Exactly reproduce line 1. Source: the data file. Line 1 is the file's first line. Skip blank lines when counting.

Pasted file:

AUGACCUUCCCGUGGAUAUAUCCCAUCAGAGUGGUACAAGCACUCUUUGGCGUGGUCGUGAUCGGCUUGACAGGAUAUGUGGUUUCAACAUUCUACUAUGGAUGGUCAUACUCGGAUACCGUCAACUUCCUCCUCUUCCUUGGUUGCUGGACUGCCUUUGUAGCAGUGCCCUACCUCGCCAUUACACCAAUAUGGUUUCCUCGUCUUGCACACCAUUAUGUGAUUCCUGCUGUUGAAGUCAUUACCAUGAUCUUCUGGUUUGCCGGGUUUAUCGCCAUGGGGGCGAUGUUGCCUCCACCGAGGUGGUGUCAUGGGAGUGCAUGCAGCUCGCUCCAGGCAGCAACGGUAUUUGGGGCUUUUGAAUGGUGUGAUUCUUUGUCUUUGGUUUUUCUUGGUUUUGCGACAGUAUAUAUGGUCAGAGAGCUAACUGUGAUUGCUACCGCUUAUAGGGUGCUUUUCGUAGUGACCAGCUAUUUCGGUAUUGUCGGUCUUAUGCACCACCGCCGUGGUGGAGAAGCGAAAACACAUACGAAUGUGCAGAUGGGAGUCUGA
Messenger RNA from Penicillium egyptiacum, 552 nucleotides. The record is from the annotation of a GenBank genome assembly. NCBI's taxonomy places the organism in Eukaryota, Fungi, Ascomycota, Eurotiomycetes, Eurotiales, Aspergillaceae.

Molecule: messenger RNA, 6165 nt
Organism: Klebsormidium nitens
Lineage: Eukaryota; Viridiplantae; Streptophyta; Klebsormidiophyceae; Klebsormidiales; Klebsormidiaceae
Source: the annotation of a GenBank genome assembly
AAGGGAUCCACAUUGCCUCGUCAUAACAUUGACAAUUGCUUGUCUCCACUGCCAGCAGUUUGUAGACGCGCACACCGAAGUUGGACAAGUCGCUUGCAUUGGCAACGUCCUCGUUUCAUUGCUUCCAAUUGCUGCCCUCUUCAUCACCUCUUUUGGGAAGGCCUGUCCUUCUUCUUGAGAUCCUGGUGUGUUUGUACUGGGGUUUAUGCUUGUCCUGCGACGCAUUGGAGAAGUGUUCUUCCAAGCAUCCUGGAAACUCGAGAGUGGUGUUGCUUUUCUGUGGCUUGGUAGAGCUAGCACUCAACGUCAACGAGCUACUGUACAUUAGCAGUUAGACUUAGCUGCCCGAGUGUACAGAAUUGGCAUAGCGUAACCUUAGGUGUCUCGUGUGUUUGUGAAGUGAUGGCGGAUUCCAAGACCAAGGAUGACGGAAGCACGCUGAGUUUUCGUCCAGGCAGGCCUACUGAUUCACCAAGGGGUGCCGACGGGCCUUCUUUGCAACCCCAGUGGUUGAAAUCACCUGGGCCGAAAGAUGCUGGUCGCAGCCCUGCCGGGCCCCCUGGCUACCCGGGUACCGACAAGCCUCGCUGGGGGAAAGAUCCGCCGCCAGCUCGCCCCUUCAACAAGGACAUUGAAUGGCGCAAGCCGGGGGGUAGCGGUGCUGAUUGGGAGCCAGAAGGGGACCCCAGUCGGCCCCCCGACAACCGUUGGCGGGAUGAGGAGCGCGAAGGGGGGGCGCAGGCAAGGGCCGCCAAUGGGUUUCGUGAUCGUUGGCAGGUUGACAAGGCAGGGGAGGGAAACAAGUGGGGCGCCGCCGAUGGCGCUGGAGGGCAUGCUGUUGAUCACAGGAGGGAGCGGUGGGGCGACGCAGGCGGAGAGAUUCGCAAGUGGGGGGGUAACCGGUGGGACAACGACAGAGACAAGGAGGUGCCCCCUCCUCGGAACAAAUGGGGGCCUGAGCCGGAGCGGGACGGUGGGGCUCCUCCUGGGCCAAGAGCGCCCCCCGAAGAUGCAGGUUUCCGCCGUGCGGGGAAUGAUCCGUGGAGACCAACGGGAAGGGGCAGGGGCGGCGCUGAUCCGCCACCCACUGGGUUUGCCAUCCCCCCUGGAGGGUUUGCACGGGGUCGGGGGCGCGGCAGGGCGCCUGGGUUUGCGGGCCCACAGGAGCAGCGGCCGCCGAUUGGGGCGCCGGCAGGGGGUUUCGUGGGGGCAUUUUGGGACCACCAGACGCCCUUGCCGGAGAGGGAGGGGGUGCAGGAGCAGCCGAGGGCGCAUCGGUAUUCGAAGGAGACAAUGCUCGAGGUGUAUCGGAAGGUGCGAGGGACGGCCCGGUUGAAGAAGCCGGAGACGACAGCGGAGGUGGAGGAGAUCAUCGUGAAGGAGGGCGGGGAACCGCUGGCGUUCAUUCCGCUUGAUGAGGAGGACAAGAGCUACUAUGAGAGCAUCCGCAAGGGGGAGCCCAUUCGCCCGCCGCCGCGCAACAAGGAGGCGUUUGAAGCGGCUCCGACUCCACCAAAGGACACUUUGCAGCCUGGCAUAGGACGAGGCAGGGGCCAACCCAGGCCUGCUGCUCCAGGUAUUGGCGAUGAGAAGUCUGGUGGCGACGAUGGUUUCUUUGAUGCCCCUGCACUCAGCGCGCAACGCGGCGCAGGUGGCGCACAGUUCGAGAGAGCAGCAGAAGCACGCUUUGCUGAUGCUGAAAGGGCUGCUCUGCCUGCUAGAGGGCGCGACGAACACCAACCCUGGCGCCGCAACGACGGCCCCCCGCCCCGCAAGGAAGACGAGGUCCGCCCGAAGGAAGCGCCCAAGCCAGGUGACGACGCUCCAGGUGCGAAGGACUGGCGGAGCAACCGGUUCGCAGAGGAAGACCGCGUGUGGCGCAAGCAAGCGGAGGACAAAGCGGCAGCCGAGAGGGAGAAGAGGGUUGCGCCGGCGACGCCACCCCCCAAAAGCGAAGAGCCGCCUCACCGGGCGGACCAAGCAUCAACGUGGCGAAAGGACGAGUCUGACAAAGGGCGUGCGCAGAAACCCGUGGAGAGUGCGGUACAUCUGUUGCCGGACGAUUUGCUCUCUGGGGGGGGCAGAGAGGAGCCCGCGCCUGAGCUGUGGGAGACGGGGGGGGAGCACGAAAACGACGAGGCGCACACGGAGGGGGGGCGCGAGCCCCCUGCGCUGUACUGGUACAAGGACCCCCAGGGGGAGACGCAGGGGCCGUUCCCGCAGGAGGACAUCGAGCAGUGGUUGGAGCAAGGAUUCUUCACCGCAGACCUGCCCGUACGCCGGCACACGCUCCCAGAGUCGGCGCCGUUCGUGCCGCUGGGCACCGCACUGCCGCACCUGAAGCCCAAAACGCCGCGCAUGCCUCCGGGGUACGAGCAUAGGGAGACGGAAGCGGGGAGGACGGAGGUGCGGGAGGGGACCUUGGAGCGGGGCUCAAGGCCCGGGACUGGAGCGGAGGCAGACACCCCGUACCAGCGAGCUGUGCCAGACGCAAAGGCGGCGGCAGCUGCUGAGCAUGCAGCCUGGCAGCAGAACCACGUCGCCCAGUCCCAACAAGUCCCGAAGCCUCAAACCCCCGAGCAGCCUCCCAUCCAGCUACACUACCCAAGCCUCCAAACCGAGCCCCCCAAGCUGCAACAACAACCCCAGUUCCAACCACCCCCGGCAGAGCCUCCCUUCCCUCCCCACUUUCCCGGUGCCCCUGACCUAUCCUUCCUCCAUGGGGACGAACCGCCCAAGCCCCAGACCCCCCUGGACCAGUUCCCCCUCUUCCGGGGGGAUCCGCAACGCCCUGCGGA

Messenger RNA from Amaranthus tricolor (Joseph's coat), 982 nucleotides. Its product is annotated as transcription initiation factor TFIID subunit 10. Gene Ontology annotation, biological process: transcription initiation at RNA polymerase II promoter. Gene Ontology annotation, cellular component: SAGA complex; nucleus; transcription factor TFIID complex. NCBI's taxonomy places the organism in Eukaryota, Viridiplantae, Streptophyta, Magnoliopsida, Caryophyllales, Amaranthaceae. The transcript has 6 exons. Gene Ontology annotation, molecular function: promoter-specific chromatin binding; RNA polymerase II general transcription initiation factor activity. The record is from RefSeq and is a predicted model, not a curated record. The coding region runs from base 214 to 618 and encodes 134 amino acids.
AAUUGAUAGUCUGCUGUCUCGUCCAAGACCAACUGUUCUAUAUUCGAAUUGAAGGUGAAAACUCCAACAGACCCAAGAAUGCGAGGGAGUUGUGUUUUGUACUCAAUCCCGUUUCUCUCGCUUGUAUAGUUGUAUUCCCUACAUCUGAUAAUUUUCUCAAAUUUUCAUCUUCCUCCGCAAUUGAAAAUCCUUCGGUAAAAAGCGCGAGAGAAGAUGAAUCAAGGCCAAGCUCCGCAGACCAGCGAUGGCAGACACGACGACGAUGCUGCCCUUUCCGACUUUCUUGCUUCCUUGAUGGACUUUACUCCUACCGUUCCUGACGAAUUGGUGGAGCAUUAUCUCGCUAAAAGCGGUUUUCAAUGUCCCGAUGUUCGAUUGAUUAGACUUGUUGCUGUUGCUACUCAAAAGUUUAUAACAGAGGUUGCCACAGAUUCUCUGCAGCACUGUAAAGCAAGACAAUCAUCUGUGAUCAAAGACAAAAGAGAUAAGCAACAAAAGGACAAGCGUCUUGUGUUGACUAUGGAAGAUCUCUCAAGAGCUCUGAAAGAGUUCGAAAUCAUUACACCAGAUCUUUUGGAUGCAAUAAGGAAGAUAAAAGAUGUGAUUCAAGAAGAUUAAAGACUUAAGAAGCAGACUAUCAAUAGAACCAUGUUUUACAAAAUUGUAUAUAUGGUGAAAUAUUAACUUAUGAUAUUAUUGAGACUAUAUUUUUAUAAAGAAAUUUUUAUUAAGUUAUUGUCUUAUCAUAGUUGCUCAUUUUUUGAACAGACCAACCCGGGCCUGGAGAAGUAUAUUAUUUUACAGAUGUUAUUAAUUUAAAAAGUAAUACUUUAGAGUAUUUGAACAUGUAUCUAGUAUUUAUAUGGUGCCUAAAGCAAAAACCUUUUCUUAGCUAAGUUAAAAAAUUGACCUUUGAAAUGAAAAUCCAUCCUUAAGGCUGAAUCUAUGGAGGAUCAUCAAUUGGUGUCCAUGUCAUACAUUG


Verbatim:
AUGACCUUCCCGUGGAUAUAUCCCAUCAGAGUGGUACAAGCACUCUUUGGCGUGGUCGUGAUCGGCUUGACAGGAUAUGUGGUUUCAACAUUCUACUAUGGAUGGUCAUACUCGGAUACCGUCAACUUCCUCCUCUUCCUUGGUUGCUGGACUGCCUUUGUAGCAGUGCCCUACCUCGCCAUUACACCAAUAUGGUUUCCUCGUCUUGCACACCAUUAUGUGAUUCCUGCUGUUGAAGUCAUUACCAUGAUCUUCUGGUUUGCCGGGUUUAUCGCCAUGGGGGCGAUGUUGCCUCCACCGAGGUGGUGUCAUGGGAGUGCAUGCAGCUCGCUCCAGGCAGCAACGGUAUUUGGGGCUUUUGAAUGGUGUGAUUCUUUGUCUUUGGUUUUUCUUGGUUUUGCGACAGUAUAUAUGGUCAGAGAGCUAACUGUGAUUGCUACCGCUUAUAGGGUGCUUUUCGUAGUGACCAGCUAUUUCGGUAUUGUCGGUCUUAUGCACCACCGCCGUGGUGGAGAAGCGAAAACACAUACGAAUGUGCAGAUGGGAGUCUGA